Table of Contents
- Shooting slow-motion footage and applying the effect on your editor
- How to shoot slow-motion footage
- How to post-process your slow-motion footage
- 1. Why did you choose slow-moving shots for this footage?
- 2. Do you have enough light?
- 3. Tripods are important
- 4. Focus manually
- 5. Avoid Lens Flare
- 6. Don’t overuse
Slow-motion footage and cinematic excellence are a match made in heaven. The reason for this is that nothing else brings movie magic like slow-motion.
Slow-moving shots are a trend that has been around for the longest time and its demand is not being dampened. It is one of the most used effects when it comes to video production.
They give the viewer a longer time of impact to process the emotion a clip is trying to convey. The slow-motion effect also gives attention to aspects of a video that may have otherwise been lost in translation.
Slow-motion videos also give a variety to your shots. They are normal footage shot at a higher frame rate and is played at a slower speed.
It is often thought that this effect is exclusive to fancy equipment and big screens. However, you can have the same cinematic effect on smaller devices as well.
New models of cell-phones are coming in with built-in high-resolution functions to execute a slow-moving-shots.
The question is how do you film slow motion on a DSLR. We have got you, here.
Shooting slow-motion footage and applying the effect on your editor
There is a stark difference between the two.
This difference between shooting slow-motion footage on your camera and just applying that effect on your editing software is what makes all the difference.
The former gives a genuinely smooth and slow effect while the later just renders a jittery, stutter-packed product.
In essence, applying the slow-motion effect in the post also gives you slow-motion footage.
However, it does not convey the same way as the gorgeous, believable and aesthetically charming clips with cinematic effects do. They are just not convincing enough.
There are a few things that you have to keep in mind in order to shoot cinema-quality slow-moving shots and to edit them properly using certain settings on your camera and editing software.
The reason for this is that they go hand-in-hand when you want to create some quality effect on your footage.
How to shoot slow-motion footage
Understanding the high frame rate in slow-motion footage
You have a number of frames per second that you shoot at when you are shooting video. With a still image, you are just taking one picture. Click. That is just one image. That image is called a frame.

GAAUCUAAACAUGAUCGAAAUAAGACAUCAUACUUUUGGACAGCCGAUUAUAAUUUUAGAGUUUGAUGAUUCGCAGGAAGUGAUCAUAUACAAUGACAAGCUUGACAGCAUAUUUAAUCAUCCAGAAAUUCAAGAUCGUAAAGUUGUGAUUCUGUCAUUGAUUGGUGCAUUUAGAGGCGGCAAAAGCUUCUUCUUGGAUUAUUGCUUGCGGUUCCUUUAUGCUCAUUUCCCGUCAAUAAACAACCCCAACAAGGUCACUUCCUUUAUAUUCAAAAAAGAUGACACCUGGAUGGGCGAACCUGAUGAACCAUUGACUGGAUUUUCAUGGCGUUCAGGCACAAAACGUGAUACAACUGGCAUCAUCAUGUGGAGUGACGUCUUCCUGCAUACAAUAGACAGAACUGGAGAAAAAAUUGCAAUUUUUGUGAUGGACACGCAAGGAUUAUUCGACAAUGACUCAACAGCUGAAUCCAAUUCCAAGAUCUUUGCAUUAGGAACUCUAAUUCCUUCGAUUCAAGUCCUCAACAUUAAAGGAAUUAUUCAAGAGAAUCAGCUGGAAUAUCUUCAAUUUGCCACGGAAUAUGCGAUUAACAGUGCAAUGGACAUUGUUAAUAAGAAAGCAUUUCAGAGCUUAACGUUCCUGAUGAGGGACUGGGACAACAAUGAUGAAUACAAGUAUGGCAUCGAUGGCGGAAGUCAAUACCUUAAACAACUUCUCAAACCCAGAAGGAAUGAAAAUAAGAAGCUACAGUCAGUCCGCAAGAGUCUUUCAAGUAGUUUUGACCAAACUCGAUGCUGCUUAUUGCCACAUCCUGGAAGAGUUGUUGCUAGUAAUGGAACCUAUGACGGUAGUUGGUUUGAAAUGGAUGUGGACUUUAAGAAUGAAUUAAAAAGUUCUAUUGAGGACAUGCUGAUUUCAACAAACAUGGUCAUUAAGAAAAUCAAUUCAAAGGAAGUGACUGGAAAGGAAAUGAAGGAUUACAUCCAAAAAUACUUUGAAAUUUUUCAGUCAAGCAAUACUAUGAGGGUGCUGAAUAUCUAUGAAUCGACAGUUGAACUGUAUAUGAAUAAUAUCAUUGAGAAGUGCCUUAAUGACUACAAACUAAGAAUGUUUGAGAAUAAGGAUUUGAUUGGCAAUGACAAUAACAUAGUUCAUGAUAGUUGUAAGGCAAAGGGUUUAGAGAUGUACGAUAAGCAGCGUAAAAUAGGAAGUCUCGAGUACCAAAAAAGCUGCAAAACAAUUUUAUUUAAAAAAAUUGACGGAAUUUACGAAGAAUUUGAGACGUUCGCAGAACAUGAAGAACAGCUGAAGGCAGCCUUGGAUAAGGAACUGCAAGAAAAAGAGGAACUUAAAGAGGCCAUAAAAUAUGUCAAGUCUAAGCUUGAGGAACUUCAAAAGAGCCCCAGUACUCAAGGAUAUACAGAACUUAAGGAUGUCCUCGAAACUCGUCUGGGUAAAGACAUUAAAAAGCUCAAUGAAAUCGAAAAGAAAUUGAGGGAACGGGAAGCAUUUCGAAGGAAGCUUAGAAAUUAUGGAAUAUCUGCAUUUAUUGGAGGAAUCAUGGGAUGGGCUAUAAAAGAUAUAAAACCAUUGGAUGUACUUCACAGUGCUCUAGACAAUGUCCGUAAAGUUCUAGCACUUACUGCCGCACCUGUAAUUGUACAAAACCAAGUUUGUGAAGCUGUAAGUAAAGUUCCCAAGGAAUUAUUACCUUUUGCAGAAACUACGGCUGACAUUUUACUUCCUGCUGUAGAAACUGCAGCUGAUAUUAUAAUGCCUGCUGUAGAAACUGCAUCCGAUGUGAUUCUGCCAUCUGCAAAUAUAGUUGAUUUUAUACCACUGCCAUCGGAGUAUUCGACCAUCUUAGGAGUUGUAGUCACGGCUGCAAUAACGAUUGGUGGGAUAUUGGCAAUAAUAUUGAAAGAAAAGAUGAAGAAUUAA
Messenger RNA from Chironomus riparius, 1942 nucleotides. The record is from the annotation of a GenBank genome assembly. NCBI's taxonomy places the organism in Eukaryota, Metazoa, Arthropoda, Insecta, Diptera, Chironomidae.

However, with video, you are taking 30 images or 24 images every second which then you put together. That gives you footage.
The footage is a compilation of hundreds and thousands of images or frames just flying by your eyes.
A standard frame rate of 24 fps essentially means that you are capturing 24 images per second and then putting them together to get footage.
For a slow-motion video, you double or triple the frame rate you have more images per second and there are no empty spaces and abrupt motions when you stretch it out in post for slow motion.
This is how you maintain the quality of footage after having stretched it for slow motion.
However, you cannot just set a frame rate based on your preference. Different kinds of emotions make for different frame rates.
If it is a slo-mo of someone’s expression, 60 fps will do. But if you have a lot of movement in your shot and you want to show it like cars colliding or exploding, you may need a higher frame rate like 120 fps.
Understanding high shutter speed in slow-motion footage
The shutter regulates the amount of light that enters the camera removing any motion blurs. However, you need only just about a little motion blur to add a realistic touch to your body of footage. Otherwise, it would just look too sharp and artificial.
When the footage is to be played at a slower rate, like it will for your slow-moving shots, you might need to lessen this motion blur because every frame has more time to be looked at in slo-mo.
It is often thought that the right way to go about shutter speed is to set it double the frame rate. Well, that works for slow-motion as well.
If you are shooting at a higher frame-rate, don’t forget to also set your shutter speed double in the denominator of the frame rate. i.e. 1/120 for 60 fps.